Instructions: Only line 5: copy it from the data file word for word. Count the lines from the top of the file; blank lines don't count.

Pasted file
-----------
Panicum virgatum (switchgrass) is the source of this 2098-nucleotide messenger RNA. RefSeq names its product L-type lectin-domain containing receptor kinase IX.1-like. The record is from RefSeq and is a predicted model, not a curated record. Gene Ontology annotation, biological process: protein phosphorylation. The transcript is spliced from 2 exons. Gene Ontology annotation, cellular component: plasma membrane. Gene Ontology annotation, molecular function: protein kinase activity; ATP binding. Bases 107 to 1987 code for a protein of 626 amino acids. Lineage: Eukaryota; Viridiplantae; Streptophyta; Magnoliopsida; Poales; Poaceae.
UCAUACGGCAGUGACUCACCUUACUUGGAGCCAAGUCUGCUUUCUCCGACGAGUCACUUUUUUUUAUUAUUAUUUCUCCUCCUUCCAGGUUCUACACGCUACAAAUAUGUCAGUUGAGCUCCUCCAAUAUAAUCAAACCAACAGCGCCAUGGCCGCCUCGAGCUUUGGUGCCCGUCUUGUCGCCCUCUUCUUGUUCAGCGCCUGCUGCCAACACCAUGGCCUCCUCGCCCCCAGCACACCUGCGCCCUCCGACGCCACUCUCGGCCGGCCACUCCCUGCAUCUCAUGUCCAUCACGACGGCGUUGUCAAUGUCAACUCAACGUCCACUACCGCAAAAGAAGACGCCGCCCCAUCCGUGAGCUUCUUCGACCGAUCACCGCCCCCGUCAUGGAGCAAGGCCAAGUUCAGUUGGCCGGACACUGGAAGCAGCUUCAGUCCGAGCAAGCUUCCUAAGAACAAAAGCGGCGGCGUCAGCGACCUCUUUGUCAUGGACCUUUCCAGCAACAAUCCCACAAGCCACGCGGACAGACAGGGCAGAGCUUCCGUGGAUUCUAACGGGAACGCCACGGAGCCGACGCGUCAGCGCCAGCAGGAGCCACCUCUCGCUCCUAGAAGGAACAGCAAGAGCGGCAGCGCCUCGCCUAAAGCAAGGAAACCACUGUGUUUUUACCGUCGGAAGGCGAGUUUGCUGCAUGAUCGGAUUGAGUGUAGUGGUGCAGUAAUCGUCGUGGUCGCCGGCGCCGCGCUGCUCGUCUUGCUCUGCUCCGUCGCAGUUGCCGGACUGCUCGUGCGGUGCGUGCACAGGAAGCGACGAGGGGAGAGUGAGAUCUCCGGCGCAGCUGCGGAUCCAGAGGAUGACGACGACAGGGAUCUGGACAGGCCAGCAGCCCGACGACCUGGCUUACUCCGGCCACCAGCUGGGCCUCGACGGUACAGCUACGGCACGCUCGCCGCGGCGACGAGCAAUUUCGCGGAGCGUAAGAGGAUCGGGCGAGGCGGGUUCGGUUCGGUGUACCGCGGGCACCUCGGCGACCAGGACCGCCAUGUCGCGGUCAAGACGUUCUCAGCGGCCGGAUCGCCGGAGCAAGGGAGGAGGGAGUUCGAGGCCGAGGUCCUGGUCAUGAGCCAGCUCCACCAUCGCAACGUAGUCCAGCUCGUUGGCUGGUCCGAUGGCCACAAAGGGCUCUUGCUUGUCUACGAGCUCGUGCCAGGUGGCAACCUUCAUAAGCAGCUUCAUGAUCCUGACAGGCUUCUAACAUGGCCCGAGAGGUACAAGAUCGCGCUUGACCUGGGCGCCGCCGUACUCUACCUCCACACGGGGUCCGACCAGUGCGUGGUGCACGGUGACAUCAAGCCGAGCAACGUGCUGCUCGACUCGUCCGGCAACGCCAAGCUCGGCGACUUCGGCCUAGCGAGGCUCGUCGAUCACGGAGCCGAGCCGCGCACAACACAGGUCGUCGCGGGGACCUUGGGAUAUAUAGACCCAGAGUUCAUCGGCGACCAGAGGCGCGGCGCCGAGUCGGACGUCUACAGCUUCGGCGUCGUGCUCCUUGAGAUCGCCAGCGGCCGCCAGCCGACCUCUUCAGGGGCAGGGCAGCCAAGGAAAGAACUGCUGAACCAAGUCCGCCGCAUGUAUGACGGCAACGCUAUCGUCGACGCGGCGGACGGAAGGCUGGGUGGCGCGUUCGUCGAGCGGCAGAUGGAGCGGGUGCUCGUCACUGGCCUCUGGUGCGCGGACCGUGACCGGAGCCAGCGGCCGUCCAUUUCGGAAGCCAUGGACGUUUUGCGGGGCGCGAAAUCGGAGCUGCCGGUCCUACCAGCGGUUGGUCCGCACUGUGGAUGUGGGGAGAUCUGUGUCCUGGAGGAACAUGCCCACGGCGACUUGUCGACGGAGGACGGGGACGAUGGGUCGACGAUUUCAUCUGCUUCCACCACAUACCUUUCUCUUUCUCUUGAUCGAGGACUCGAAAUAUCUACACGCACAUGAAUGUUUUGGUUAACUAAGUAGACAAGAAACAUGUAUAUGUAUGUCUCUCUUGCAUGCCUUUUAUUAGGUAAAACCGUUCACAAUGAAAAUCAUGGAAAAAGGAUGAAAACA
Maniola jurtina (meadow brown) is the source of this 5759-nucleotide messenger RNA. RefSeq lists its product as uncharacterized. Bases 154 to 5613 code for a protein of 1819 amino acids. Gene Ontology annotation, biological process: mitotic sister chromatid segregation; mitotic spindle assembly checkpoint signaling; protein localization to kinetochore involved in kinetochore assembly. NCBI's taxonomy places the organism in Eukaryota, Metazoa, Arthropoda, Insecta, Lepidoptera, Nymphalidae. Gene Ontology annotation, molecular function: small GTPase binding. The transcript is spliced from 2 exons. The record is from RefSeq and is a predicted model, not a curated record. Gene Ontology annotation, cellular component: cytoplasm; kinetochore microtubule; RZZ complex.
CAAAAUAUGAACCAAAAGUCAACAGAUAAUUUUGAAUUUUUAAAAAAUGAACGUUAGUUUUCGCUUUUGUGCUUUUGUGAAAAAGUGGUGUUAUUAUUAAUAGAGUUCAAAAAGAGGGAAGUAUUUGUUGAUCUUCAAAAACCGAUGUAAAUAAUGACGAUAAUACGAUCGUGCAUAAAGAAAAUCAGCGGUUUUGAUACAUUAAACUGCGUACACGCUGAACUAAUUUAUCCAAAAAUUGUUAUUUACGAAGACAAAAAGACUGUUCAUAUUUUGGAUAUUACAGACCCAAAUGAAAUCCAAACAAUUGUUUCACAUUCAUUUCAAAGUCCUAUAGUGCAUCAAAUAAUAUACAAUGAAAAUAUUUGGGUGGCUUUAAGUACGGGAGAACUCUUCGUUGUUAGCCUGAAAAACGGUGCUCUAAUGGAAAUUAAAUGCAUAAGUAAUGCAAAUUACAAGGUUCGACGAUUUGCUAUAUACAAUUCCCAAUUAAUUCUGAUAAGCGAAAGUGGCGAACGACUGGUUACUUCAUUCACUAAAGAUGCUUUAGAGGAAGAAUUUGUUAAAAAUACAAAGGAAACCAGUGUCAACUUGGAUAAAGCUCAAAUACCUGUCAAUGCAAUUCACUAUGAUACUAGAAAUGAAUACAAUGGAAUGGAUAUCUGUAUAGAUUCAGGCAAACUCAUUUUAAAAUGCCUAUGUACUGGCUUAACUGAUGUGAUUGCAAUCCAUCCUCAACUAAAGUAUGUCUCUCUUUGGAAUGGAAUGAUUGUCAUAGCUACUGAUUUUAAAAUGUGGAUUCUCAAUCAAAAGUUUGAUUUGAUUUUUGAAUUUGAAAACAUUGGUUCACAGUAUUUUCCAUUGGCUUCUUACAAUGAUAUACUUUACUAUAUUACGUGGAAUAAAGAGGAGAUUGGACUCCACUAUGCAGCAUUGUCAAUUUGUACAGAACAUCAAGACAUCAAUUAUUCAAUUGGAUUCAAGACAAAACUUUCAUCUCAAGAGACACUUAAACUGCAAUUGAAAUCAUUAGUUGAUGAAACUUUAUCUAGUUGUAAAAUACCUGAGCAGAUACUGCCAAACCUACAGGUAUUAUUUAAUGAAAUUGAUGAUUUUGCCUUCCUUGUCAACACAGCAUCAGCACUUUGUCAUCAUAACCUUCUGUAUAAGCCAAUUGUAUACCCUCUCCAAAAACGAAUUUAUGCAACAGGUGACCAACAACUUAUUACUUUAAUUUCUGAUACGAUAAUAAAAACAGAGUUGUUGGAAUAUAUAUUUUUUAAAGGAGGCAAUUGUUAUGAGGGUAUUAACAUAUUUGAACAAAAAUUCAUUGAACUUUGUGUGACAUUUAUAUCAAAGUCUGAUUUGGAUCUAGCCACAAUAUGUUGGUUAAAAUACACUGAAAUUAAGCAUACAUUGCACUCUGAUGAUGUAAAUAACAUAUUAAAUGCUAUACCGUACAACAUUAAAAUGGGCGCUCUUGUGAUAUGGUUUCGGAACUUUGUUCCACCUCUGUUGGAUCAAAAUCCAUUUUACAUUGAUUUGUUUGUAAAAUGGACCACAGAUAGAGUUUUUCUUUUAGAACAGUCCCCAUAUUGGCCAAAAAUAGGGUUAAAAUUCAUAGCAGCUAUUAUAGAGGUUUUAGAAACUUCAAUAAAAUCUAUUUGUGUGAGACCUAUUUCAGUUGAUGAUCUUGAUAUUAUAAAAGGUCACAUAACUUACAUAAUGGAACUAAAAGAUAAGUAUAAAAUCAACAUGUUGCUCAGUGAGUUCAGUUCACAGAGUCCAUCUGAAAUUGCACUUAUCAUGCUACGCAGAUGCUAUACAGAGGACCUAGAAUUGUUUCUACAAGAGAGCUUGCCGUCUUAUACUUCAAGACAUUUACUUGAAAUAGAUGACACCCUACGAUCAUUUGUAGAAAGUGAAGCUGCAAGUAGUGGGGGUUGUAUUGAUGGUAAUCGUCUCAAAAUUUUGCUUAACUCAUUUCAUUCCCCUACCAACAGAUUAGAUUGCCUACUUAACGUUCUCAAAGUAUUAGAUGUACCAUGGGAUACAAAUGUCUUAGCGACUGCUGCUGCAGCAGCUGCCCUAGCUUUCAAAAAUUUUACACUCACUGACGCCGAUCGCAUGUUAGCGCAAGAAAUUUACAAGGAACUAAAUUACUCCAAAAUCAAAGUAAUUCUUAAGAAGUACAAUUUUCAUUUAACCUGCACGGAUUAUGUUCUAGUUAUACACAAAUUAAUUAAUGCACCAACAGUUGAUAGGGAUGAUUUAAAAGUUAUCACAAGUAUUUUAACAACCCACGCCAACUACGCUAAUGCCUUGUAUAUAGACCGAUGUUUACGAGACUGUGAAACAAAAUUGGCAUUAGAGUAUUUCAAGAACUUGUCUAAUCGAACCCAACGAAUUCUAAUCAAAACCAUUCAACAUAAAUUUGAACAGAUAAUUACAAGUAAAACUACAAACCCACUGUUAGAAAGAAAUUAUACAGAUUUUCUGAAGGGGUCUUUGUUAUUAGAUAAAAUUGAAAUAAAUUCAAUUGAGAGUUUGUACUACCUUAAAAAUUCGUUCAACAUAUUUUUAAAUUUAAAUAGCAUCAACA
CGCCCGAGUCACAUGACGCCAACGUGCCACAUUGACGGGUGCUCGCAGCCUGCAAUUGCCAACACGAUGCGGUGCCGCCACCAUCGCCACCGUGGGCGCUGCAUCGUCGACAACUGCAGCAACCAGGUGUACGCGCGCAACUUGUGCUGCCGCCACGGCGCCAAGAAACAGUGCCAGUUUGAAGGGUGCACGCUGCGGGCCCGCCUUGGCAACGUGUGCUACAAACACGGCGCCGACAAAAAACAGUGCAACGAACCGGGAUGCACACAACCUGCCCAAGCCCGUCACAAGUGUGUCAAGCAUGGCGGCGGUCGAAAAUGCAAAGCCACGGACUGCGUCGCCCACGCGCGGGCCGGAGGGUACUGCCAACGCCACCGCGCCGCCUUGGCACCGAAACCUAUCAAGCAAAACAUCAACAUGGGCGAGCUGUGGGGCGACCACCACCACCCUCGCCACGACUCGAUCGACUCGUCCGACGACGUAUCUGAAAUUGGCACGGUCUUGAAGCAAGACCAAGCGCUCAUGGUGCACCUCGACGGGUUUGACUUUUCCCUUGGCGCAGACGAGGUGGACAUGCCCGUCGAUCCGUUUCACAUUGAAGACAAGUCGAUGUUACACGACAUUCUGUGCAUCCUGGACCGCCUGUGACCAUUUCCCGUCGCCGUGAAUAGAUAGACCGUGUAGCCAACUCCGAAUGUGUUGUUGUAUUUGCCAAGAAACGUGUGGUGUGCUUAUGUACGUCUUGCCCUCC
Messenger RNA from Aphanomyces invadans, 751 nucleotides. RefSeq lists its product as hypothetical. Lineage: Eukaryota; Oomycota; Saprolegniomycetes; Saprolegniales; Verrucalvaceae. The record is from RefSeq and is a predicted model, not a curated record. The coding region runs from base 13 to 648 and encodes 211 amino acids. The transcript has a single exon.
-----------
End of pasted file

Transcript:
CGCCCGAGUCACAUGACGCCAACGUGCCACAUUGACGGGUGCUCGCAGCCUGCAAUUGCCAACACGAUGCGGUGCCGCCACCAUCGCCACCGUGGGCGCUGCAUCGUCGACAACUGCAGCAACCAGGUGUACGCGCGCAACUUGUGCUGCCGCCACGGCGCCAAGAAACAGUGCCAGUUUGAAGGGUGCACGCUGCGGGCCCGCCUUGGCAACGUGUGCUACAAACACGGCGCCGACAAAAAACAGUGCAACGAACCGGGAUGCACACAACCUGCCCAAGCCCGUCACAAGUGUGUCAAGCAUGGCGGCGGUCGAAAAUGCAAAGCCACGGACUGCGUCGCCCACGCGCGGGCCGGAGGGUACUGCCAACGCCACCGCGCCGCCUUGGCACCGAAACCUAUCAAGCAAAACAUCAACAUGGGCGAGCUGUGGGGCGACCACCACCACCCUCGCCACGACUCGAUCGACUCGUCCGACGACGUAUCUGAAAUUGGCACGGUCUUGAAGCAAGACCAAGCGCUCAUGGUGCACCUCGACGGGUUUGACUUUUCCCUUGGCGCAGACGAGGUGGACAUGCCCGUCGAUCCGUUUCACAUUGAAGACAAGUCGAUGUUACACGACAUUCUGUGCAUCCUGGACCGCCUGUGACCAUUUCCCGUCGCCGUGAAUAGAUAGACCGUGUAGCCAACUCCGAAUGUGUUGUUGUAUUUGCCAAGAAACGUGUGGUGUGCUUAUGUACGUCUUGCCCUCC